Wednesday, August 15, 2007

The Writing's On The Wall...But Can You Read It?

I was skimming one of Mark Cuban's blog entries the other day, and found myself nodding my head, totally able to relate.

Of course, I do this often when I read his blog, because Cuban and I have so many similarities: We've got approximately the same net worth, give or take about nine zeros. He owns a basketball team; I own a basketball. He's the co-founder of HDNet; I enjoy surfing the Net. He's a technological genius; I own a basketball.

If you haven't already clicked over to it, the title of his blog post was, "I Forgot How To Write!" where he lamented his bad fortune when he was forced to take notes longhand—that's right, pen and paper style—in a meeting because he didn't have anything with a keyboard near him.

Relying so heavily on PDAs and laptops and other devices with keypads, Cuban literally found it difficult to scribble one letter after another.

While I don't have as many funky gadgets as he does, I've been in exactly the same boat when trying to write cursive letters. Obviously, a keyboard is my first option, both at work and at home, but I don't have a laptop (yet), so I'm not exactly mobile in that regard.

For as many years as I can remember, when I put pen to paper, I almost always print. I'm one of those people with the small-caps style of printing, and I'm pretty happy with my printing. It's always legible, looks pretty neat most of the time, and I can move the pen across the paper at a decent clip.

There are times, however, when cursive writing is the path best attempted, if you've got pages of stuff to write, for instance. And every time I try to write, instead of print, I fumble my way through the letters, improvising on some strokes, cheating on others and generally getting a rather sloppy page. Sometimes it's downright hideous. It didn't used to be so bad. (and, no, the handwriting sample isn't mine. I was too lazy to write one out, take a photo, crop it and upload I just searched for one instead.)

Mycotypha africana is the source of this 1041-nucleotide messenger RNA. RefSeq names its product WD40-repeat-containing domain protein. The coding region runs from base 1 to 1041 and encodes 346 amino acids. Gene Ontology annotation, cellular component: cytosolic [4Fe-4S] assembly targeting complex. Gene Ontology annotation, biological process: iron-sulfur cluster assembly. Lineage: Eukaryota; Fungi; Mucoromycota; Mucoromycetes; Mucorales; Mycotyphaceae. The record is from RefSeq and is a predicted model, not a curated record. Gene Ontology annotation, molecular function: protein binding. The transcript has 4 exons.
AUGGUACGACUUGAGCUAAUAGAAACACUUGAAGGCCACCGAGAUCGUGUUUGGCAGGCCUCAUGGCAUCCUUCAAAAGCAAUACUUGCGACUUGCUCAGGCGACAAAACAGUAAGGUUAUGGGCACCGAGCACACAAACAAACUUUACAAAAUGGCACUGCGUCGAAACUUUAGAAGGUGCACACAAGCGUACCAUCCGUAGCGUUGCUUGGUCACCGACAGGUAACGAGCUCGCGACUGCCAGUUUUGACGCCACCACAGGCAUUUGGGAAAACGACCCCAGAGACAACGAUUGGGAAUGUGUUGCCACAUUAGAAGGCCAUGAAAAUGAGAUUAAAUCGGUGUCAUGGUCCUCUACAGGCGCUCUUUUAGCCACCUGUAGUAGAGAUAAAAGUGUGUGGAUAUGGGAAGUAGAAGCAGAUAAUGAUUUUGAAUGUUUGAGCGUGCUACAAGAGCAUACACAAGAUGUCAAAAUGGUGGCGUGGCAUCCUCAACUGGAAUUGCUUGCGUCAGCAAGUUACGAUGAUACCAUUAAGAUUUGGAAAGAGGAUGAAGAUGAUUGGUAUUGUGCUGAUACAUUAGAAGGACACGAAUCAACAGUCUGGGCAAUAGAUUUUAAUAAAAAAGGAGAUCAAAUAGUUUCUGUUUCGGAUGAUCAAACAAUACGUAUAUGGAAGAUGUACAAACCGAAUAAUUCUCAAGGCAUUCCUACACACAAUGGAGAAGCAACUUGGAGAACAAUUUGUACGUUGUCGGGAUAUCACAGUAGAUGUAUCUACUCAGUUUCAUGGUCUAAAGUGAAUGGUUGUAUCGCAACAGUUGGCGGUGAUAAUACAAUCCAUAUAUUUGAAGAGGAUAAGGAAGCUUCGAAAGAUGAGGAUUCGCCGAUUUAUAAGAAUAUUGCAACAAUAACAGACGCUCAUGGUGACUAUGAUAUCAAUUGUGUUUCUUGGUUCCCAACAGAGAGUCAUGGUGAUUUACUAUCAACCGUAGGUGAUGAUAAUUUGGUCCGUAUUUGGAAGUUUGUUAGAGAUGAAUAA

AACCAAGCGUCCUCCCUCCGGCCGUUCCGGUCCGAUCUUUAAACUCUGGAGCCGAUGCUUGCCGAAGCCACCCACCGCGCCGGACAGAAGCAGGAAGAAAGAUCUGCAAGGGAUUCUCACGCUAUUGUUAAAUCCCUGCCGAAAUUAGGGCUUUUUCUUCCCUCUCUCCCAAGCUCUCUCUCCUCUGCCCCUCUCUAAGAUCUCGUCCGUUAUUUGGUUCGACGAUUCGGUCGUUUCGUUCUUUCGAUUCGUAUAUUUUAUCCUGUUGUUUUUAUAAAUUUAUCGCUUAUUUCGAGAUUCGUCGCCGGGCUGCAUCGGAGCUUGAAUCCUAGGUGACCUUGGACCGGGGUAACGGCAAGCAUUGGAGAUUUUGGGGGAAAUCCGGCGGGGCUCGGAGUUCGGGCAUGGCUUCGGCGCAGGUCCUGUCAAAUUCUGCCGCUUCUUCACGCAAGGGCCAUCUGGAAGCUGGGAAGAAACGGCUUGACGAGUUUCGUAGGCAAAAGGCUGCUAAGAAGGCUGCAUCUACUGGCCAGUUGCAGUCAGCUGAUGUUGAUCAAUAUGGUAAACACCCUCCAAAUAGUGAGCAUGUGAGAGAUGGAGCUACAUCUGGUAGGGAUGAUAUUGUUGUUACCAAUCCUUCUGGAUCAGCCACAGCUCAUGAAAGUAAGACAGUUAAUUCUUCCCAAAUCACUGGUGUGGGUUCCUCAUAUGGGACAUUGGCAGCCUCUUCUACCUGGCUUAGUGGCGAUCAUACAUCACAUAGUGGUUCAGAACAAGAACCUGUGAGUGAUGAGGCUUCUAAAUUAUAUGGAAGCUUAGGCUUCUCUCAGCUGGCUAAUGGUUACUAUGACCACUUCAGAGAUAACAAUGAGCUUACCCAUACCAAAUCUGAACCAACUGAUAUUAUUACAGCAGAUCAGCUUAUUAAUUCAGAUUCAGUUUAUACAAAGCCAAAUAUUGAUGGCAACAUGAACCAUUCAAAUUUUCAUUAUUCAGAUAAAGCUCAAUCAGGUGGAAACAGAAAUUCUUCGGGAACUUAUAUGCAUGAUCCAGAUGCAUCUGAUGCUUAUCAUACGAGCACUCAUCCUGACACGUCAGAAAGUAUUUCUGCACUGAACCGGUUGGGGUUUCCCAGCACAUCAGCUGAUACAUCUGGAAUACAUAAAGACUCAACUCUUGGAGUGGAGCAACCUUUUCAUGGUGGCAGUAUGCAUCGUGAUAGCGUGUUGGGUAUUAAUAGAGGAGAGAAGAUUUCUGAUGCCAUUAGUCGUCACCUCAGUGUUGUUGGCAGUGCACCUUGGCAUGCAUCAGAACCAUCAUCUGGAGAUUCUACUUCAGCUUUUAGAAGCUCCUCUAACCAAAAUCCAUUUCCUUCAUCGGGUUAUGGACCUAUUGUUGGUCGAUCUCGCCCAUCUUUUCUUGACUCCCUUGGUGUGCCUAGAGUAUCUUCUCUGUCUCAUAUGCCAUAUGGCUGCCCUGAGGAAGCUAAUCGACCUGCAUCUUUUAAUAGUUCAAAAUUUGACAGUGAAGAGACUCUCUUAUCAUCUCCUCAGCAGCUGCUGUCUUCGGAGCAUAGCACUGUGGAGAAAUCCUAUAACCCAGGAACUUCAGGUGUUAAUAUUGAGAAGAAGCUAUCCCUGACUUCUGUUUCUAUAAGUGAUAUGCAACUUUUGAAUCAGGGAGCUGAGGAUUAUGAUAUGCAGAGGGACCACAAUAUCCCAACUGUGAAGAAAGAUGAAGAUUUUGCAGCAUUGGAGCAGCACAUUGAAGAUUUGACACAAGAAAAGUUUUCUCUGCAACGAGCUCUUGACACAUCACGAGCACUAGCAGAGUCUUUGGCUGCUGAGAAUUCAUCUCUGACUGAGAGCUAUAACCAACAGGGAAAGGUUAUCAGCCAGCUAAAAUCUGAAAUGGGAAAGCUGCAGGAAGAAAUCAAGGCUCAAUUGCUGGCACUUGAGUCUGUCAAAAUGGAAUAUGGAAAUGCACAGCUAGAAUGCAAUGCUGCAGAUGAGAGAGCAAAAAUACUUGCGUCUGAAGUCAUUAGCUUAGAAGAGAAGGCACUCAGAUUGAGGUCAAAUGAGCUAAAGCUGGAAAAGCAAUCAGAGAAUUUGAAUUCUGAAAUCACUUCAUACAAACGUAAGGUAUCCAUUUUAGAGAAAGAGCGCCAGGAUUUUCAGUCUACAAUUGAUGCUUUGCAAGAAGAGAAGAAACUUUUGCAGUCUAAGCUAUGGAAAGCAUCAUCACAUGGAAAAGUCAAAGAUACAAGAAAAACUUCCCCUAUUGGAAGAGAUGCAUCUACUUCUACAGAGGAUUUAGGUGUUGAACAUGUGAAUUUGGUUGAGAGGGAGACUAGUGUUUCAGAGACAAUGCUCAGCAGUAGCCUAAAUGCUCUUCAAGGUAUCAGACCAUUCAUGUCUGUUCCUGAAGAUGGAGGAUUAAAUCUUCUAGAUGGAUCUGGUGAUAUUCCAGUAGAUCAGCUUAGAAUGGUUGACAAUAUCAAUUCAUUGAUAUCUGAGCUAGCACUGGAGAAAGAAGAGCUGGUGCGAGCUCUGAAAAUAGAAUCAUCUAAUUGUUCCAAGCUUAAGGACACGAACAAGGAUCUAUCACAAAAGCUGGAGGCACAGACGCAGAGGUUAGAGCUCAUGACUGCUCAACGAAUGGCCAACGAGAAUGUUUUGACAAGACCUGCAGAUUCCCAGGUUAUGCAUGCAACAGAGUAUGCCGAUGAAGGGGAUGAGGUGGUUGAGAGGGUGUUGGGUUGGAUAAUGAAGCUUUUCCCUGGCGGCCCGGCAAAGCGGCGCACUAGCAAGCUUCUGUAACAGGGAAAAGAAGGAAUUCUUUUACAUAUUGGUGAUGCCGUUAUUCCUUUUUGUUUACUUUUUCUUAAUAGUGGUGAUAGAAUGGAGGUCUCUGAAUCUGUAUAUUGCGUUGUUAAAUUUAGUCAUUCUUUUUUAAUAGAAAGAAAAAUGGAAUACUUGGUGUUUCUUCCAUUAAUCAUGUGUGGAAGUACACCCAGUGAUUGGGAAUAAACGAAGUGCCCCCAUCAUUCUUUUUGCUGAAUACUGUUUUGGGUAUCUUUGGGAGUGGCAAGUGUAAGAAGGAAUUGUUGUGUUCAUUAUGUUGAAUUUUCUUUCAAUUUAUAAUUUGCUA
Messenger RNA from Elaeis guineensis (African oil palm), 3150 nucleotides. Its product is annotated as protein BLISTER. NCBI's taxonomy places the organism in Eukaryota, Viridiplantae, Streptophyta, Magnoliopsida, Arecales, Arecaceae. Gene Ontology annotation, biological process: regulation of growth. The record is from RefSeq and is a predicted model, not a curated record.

A buddy and I started using the small caps printing style way back in middle school, so I haven't had a lot of practice with cursive writing since then. Some, but not a lot. And lately...even less than that. And it shows.

I'm not saying I want to go back and re-learn cursive writing and practice it until my pages flow. I'll always opt for a keyboard, and for the small caps. But to quote Mr. Cuban, "I forgot how to write!" So sad.

My mom's got nearly flawless penmanship, and if you were ever to get a handwritten letter from her, you'd think you just opened to page 36 in a penmanship textbook. It's that good. And when my dad reaches for a pen, he produces really cool-looking small caps. I used to be able to do both of them fairly well, but I liked the look of the small caps a lot better, so I stuck with that.

And I've found that the skill I haven't used for so many years, has nearly disappeared. Maybe I need to enroll in an elementary class this fall.

But I don't think I'd fit in the desk.

"Letter writing is the only device for
combining solitude with good company."
—Lord Byron

1 comment:

  1. Before you go all Billy Madison on us and depart for the hallowed halls of JF Magee, consider this...

    I encountered your exact same ailment, a "cursive amnesia," so to speak. My handwriting has always been hideous but when I decided "hey, maybe handwriting a first draft would be fun," I discovered my utter inability to form cohesive words without the precious keys of my laptop...

    So I took a few days, slowed down my brain (tough to do) and thus my pen, and concentrated hard on making legible cursive. Two good byproducts of this excercise - I can write again (which is nice) and the materal I organically handwrote was some of my best prose in a long time. The act of really concentrating on the pen and the page took the weight off of that ever screaming internal critic.

    So, now, as agonizing as it can be (the ADHD kid in me wants to GO GO GO on my novel first drafts), I'm relatively determined to handwrite, cursively, my future fiction material. Again, my preposterous, infantile attention span squirms and wriggles sometimes while I do this but it's getting better.

    Try it! You may be surprised! Best of all, when you go write in coffee shops, as I do, you won't look nearly as pretentious... because there's nothing worse than a starving writer in a Starbucks!